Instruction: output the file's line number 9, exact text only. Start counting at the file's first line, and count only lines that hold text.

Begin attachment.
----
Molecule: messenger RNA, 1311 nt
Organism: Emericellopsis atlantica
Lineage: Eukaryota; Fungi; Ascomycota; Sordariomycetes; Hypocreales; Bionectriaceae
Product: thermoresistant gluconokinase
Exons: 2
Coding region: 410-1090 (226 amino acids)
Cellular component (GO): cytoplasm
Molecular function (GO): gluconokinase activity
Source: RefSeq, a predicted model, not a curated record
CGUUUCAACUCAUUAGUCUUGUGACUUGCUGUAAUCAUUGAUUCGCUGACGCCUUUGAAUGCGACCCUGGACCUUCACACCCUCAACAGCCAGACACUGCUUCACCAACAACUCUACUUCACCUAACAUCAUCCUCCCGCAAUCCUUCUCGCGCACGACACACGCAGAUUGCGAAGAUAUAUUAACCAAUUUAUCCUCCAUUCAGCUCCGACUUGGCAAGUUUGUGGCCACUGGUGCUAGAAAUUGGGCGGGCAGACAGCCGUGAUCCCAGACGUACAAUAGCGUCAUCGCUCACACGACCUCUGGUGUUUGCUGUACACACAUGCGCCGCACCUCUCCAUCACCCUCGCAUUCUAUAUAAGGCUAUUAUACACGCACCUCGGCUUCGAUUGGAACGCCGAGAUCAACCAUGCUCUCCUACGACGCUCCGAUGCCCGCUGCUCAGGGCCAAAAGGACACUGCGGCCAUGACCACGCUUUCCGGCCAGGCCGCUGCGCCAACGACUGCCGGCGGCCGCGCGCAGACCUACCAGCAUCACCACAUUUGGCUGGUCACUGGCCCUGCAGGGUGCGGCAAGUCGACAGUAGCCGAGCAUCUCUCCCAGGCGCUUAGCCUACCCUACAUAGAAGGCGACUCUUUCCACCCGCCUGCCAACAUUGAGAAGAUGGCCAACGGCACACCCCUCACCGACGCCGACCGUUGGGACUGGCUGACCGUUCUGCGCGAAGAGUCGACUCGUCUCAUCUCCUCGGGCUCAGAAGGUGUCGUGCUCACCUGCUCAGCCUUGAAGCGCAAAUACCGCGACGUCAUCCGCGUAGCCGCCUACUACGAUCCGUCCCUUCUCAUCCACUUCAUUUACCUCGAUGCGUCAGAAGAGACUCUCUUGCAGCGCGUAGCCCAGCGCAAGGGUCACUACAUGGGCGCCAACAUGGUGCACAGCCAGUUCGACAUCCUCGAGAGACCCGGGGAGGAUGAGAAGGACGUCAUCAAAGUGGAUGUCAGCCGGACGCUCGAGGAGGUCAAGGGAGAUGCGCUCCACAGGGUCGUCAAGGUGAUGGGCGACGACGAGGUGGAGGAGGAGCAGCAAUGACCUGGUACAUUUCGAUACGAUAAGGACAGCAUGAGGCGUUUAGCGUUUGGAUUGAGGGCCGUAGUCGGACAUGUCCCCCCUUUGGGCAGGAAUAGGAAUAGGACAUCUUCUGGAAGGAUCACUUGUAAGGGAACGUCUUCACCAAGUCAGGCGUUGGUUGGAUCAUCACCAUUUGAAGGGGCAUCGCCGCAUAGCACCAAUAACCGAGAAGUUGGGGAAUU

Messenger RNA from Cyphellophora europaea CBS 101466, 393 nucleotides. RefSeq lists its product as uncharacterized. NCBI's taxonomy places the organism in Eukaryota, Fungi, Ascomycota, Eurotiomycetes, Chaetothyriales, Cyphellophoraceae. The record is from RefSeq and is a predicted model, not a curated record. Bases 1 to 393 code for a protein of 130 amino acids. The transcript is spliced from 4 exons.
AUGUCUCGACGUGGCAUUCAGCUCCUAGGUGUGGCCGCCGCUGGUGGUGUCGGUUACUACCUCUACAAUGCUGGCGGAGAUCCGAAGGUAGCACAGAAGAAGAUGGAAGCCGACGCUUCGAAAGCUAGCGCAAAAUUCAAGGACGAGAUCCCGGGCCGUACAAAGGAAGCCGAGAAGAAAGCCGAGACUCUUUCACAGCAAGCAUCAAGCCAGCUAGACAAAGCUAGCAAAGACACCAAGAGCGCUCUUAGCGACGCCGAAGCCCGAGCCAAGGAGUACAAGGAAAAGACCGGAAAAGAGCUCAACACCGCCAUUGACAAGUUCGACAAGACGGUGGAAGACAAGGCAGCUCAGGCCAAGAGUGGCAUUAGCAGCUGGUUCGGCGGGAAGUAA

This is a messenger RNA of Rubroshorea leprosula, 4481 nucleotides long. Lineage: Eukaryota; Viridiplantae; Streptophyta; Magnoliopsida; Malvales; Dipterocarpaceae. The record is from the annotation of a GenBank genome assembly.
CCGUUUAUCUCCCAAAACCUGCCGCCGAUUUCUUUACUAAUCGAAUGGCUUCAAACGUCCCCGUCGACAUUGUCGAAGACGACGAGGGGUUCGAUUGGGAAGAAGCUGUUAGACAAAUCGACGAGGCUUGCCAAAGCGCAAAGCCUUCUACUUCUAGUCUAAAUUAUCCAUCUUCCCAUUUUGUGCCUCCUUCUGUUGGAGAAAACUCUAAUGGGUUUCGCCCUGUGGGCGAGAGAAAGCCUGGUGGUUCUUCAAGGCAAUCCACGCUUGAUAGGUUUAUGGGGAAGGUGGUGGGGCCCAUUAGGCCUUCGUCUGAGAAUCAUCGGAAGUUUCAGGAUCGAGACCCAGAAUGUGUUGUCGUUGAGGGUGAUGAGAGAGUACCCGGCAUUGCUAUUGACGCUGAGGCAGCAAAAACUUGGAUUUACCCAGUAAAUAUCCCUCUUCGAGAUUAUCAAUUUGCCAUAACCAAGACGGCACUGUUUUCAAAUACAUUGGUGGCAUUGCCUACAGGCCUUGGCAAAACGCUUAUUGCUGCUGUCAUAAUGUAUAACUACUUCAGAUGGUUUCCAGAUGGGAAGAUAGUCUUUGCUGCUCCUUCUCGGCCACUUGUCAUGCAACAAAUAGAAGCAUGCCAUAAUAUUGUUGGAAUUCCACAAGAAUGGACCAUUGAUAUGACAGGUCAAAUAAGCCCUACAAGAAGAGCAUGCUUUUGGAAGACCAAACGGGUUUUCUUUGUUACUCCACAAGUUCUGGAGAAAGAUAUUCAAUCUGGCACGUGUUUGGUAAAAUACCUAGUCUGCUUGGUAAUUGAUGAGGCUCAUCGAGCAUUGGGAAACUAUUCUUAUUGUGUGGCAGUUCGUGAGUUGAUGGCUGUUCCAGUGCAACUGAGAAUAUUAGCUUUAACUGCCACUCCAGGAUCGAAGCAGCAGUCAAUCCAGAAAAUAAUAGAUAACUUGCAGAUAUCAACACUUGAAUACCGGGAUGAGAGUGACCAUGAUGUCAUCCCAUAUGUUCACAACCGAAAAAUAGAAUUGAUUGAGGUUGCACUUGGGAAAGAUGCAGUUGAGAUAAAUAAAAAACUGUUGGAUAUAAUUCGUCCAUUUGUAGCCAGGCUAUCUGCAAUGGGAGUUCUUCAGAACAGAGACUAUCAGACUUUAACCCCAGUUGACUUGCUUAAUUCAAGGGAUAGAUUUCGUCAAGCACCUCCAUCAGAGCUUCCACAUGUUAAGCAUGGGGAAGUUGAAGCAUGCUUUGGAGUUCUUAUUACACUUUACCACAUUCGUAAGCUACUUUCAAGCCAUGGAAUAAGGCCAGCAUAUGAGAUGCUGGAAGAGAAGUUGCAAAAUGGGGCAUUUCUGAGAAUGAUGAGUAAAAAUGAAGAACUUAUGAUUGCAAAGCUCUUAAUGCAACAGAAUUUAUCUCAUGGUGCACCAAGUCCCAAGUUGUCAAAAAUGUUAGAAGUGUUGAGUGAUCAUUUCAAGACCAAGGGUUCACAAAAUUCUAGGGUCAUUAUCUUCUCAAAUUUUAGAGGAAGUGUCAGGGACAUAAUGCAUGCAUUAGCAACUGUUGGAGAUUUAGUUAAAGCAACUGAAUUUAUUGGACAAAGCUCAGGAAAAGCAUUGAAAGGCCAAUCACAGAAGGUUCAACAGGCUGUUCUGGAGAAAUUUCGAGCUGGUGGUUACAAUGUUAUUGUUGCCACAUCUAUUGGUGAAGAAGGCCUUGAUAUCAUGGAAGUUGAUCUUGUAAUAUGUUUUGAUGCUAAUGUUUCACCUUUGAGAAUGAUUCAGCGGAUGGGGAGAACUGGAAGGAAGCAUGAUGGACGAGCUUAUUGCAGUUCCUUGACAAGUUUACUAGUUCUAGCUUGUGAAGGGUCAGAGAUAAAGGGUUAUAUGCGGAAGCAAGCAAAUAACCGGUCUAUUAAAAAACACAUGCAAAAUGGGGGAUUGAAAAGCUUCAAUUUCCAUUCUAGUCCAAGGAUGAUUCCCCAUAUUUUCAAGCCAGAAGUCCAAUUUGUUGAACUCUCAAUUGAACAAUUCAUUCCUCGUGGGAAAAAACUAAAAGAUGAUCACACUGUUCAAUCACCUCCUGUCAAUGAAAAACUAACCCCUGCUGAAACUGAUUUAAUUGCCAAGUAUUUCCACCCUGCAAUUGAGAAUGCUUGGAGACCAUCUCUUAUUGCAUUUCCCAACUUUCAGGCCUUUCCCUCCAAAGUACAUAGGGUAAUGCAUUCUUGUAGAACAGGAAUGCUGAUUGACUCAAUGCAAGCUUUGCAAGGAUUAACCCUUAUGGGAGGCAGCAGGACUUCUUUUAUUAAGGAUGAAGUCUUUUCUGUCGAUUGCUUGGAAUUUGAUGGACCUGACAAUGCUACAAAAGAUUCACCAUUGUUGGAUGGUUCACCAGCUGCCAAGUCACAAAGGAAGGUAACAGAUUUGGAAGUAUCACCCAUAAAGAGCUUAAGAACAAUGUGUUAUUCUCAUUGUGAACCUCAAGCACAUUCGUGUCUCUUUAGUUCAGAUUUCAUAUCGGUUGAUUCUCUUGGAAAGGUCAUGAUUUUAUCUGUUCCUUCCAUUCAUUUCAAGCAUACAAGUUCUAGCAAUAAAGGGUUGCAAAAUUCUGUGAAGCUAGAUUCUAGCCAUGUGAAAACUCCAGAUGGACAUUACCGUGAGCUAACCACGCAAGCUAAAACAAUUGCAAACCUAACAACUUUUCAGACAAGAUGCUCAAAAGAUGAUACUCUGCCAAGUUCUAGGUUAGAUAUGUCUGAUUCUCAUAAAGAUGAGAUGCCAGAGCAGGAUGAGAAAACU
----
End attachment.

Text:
Source: RefSeq, a predicted model, not a curated record